Noises Off: Talking Pictures

NEW YORK — Turning movies into stage musicals is becoming a commonplace, but the B.O. success of “The Graduate” adds a new wrinkle to the equation: Are straight plays adapted from movies to be the next Broadway trend?

Conversations with more than a dozen legit lawyers, producers and agents turned up a relatively short list of prior efforts.

There were the short-lived stage versions of Abby Mann’s “Judgment at Nuremberg,” Budd Schulberg’s “On the Waterfront” and Rod Serling’s “Requiem for a Heavyweight,” which actually began as a “Playhouse 90” teleplay, in 1956, then turned up as a movie six years later starring Anthony Quinn and Jackie Gleason. In 1980, Janet Gaynor starred on Broadway in “Harold and Maude,” which as a movie had a cult success a decade earlier. On Broadway, four regular perfs obviously made for the wrong kind of cult.

But there are some new projects on the horizon. “Enchanted April,” from producer Jeffrey Richards, based on both the movie and the Elizabeth von Arnim novel. Robert Klane is taking his novel and screenplay “Where’s Poppa?” to the next stage — literally. Bill Haber is producing.

Disney still has its eye on “Dead Poets Society” as a stage property. “It may turn up in some form,” says Thomas Schumacher. If it goes legit, the 1989 Robin Williams starrer most likely will end up as a play with perhaps “a song or two,” says the Disney prexy.

On the West Coast, producer Don Gregory looks to resurrect “Requiem for a Heavyweight” as a possible joint venture between the Laguna Playhouse and San Francisco’s American Conservatory Theater, with the intention to bring the production to Broadway in 2003. Gregory says he is “in discussions” with Burt Reynolds, Charles Durning and director Leonard Foglia.

Do porno movies count? The Araca Group has its “Debbie Does Dallas” ready for Off Broadway this fall. There are songs, but apparently not that many. According to Araca partner Mike Rego, they’re calling it “a play with music.”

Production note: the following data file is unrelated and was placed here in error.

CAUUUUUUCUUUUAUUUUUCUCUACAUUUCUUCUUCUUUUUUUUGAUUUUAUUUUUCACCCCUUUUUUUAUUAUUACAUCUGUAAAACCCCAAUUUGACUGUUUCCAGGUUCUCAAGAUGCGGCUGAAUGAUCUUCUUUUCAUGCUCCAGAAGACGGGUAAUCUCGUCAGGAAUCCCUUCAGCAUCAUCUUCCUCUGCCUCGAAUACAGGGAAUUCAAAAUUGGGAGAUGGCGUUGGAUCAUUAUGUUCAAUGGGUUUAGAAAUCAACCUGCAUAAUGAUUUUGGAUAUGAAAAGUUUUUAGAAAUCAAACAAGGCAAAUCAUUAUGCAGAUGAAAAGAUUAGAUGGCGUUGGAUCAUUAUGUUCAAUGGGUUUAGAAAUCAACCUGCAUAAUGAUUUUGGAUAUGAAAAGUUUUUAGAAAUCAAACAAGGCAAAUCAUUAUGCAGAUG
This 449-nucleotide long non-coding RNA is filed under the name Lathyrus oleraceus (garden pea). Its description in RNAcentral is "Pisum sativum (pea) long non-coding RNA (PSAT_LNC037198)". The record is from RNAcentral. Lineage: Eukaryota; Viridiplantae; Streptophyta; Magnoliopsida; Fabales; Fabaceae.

Araca had announced a summer 2002 opening for “DDD,” but the date recently got pushed back. Stories have circulated that there were problems obtaining rights from the film distributor. Rego brushes that question aside. “It’s complicated,” he says. “But we will be ready this fall. And the distributor is very happy with the whole project. It has increased rentals of the film.”

If not the most significant road block, the rights issue deters several creatives and producers from proceeding with plays based on films.

Even at the mighty House of Mouse, it gets difficult. “Often times on live-action films, we don’t exclusively control the stage rights,” Schumacher says.

“The Graduate” appears to be the fortunate exception here. “We were quite blessed that the book and movie were controlled by StudioCanal,” says Sacha Brooks, the production’s lead producer with John Reid. “Ron Halpern, who controls that library, gave us creative freedom as we saw fit. He wants to license his library.”

Seth Geldblum at the law firm of Loeb & Loeb represents StudioCanal on “The Graduate” play, as well as MGM, which has aggressively licensed a number of its film properties for the stage.

“Everyone is getting very interested in this,” Geldblum says of the trend.

Darcie Denkert, president of MGM on Stage, says 90% of the properties she works on are going the tuner route. “But there are a few that would lend themselves more to the play form,” she adds. One of those is “Where’s Poppa?”

Despite the success of “The Graduate,” Brooks and Reid have no other movies-to-plays in the pipeline. “If you try to anticipate the market, as other industries do, you lose,” Brooks says. “We’re not working on anything else like this. But we’re not ruling it out either.”

Legit lawyer John Breglio says his office has received no more inquiries regarding movie-based plays of late than it did 20 years ago. Unlike movie-based tuners, the creation of a “new form” is not required here, limiting the critical if not the commercial appeal of such projects. “It’s just moving around the chairs a bit and not reforming the work,” Breglio says. “To have a play compete with a movie is really David and Goliath — unless you have star power.”

From Mrs. Robinson to Mrs. Fisher, “The Graduate” and “Enchanted April” each require a star actress of a certain age. “I hope when Matthew Barber’s play comes to Broadway, it opens with the same demand as ‘The Graduate,’ ” says Jeffrey Richards. As for giving the Joan Plowright role a nude scene, the producer categorically rejects the idea.

Want to read more articles like this one? SUBSCRIBE TO VARIETY TODAY.
Post A Comment 0

Leave a Reply

No Comments

Comments are moderated. They may be edited for clarity and reprinting in whole or in part in Variety publications.

Fill in your details below or click an icon to log in: Logo

You are commenting using your account. Log Out / Change )

Twitter picture

You are commenting using your Twitter account. Log Out / Change )

Facebook photo

You are commenting using your Facebook account. Log Out / Change )

Google+ photo

You are commenting using your Google+ account. Log Out / Change )

Connecting to %s

More Legit News from Variety